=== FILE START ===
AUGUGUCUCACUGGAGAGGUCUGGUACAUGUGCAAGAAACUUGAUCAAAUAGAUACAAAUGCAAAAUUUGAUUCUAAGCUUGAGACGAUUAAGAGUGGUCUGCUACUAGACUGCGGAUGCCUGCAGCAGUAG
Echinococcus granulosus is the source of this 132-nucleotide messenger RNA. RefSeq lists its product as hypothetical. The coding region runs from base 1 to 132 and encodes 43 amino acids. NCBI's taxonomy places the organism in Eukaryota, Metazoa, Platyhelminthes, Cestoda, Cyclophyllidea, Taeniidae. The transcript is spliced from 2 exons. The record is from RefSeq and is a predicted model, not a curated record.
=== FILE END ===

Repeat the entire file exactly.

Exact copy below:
AUGUGUCUCACUGGAGAGGUCUGGUACAUGUGCAAGAAACUUGAUCAAAUAGAUACAAAUGCAAAAUUUGAUUCUAAGCUUGAGACGAUUAAGAGUGGUCUGCUACUAGACUGCGGAUGCCUGCAGCAGUAG
Echinococcus granulosus is the source of this 132-nucleotide messenger RNA. RefSeq lists its product as hypothetical. The coding region runs from base 1 to 132 and encodes 43 amino acids. NCBI's taxonomy places the organism in Eukaryota, Metazoa, Platyhelminthes, Cestoda, Cyclophyllidea, Taeniidae. The transcript is spliced from 2 exons. The record is from RefSeq and is a predicted model, not a curated record.